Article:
The North American electronic music industry hit a value of almost $2 billion. And Facebook revealed how the removal of fraudulent “like”s on Facebook works. Also, reports indicated that vinyl sales have gone up significantly once again in 2015.
EDM Value Skyrocketing
The North American electronic music industry is still booming and has reached a value of $1.9 billion, according to an official report presented at last week’s IMS Engage. The report was authored by Kevin Watson at Danceonomics.
Billboard indicated that this number includes revenue taken from sales and streams, festival and club income and platforms such as SoundCloud, plus DJ technology sales. Revenue drawn from North American EDM makes up about 30 percent of the global electronic music industry value of $6.2 billion.
The study of the EDM industry looked at a variety of reports in order to get a full overview of skyrocketing music consumption within the electronic music market, plus DJ fees, social media followings and live event revenue.
The study also took into account Nielsen data, finding that dance track sales were at an all-time high of 4.6 percent in 2014. This is 1.5-times more than sales in 2011. The report also noted that dance music is the fourth most popular genre on streaming platforms in North America, behind R&B/hip-hop, rock and pop. It makes up seven percent of all streaming activity in the U.S. and 10 percent of all streaming in Canada.
The report also quoted an Eventbrite study that discovered electronic music events made up a quarter of all nightlife ticket sales in the U.S. And the twelve largest EDM clubs in the U.S. – XS, Hakkasan, Marquee and LIV – raked in over half a billion dollars in revenue last year.
U.S. festivals stayed the same growth-wise in 2014, with a 1.4 million capacity point, likely due to the fact that Ultra Music Festival went back to being held on only one weekend. Canada now has a 400,000 capacity point. Additional research indicated that U.S. EDM fans are 13-percent more likely than fans in any other North American country to go to a festival.
How Does the Removal of Fraudulent “Like”s Work?
Facebook explained its recent initiative to remove fake “like”s from artist and business pages last week in order to clarify the process for page owners, said the SocialTimes. It uses pattern-recognition technology to remove “like”s from fake and lapsed profiles and sends notifications to page administrators in order to improve the quality of fan bases, a process that began last October and was officially announced in March.
Facebook site integrity engineer H. Kerem Cevahir explained that fraudulent activity such as fake “like”s only makes up “a tiny fraction of overall activity” on social networks, but removing these is still important to making Facebook “a trustworthy place for people and businesses to connect.”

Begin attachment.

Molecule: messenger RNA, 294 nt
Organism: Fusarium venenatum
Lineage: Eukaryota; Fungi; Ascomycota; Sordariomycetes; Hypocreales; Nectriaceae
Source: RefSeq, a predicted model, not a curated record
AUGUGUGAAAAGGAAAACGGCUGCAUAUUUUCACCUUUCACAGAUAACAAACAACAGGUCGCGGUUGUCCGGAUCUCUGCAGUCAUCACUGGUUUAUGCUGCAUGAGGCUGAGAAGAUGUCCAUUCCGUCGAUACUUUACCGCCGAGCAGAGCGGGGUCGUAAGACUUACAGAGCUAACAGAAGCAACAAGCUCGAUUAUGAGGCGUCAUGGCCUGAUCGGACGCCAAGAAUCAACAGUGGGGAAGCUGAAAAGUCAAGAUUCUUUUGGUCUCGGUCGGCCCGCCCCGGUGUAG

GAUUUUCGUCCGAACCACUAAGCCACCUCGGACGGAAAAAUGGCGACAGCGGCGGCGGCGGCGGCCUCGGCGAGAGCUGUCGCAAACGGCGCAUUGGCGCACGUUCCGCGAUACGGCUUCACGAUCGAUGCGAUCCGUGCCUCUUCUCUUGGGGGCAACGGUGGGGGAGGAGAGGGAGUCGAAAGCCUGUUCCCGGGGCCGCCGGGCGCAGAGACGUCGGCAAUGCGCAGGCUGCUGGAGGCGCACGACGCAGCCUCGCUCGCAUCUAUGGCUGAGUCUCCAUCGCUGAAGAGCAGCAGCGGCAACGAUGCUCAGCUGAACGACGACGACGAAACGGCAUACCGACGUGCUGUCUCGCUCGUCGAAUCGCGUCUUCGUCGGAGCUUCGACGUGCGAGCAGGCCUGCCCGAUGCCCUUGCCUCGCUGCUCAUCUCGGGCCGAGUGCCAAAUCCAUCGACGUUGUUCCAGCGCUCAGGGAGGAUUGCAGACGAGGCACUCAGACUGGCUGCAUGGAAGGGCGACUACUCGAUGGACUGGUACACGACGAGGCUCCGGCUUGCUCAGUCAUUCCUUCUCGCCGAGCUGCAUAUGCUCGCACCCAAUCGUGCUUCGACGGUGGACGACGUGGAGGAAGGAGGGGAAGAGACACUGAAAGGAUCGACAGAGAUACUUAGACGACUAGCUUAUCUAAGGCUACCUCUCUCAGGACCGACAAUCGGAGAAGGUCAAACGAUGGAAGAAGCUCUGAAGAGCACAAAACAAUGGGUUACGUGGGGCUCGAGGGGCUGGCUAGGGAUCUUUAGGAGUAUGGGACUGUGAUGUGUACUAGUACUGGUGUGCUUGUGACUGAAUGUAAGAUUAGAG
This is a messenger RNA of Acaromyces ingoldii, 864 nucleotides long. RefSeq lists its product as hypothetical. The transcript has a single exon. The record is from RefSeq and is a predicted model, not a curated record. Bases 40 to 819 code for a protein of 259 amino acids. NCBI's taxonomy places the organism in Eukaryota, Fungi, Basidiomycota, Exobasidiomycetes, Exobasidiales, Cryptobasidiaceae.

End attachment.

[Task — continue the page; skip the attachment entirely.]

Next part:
Cevahir explained the technology behind the system: “New advances in our pattern-recognition technologies helped us halt many of the major exchanges that promote fake like activity on Facebook originating from click farms, fake accounts and malware.”
When “suspicious patterns of likes” are seen originating in a specific account, this activity is investigated and then halted if necessary.
Cevahir added that the work has been very successful to stopping the activity that leads to fake “like”s: “This work has made it extremely difficult for the people selling fraudulent likes to actually deliver their promised likes to paying customers. In fact, over the past six months, we’ve tripled the number of likes we’ve detected and blocked before they ever reached a page. Because of this effort, a large number of the vendors that were attempting to sell inauthentic likes to Facebook page administrators have closed their businesses.”
In an email to administrators of Facebook pages, he wrote that “in addition to removing fake likes directly from pages, we now send notifications to page administrators when we block or remove fake likes from their pages to help them learn how to gather authentic fans.”
Since March, 200,000 administrators have been notified of fake activity on their pages.
Vinyl Still on a Tear in 2015
Vinyl sales are still rising in 2015 and have gone up 53 percent already in the first quarter of 2015 (from January to March). According to Billboard, new research from Nielsen indicated that the rise in vinyl over the last five years is not over yet.
The rise in vinyl sales in the first quarter was due largely to gains in catalog album sales. Current vinyl releases are also performing well, up 37 percent since last year at the same time.
A broader look at the vinyl market shows that vinyl sales have gone up 260-percent in the past six years, with unit sales hitting 9.2 million last year. The Beatles had the best-selling vinyl album in the past five years: their 1969 release Abbey Road. Also in Nielsen’s top 10 are albums by Mumford & Sons, Arctic Monkeys, Pink Floyd, Lana Del Rey and Miles Davis.
Despite experiencing a rise in sales significantly greater than the rise in other segments of the recorded music market, vinyl is still a niche part of the market and is not likely to “save” the music industry from declining sales.
The IFPI confirmed this truth in its Digital Music Report, published on April 14. Vinyl sales make up “only a small fraction of the overall industry revenues” at two percent. According to the report, vinyl saw a 54-percent rise in 2014, although trade revenue generated by the global recorded music industry last year fell 0.4 percent.
In March, the RIAA reported that vinyl pumped $320.8 million into the U.S. music market last year, 50-percent more than it contributed in 2013.
Vinyl has seen growth in other regions as well, such as the U.K. More than 1.28 million vinyl LPs were sold in the U.S. in 2014, an amount not seen since 1995.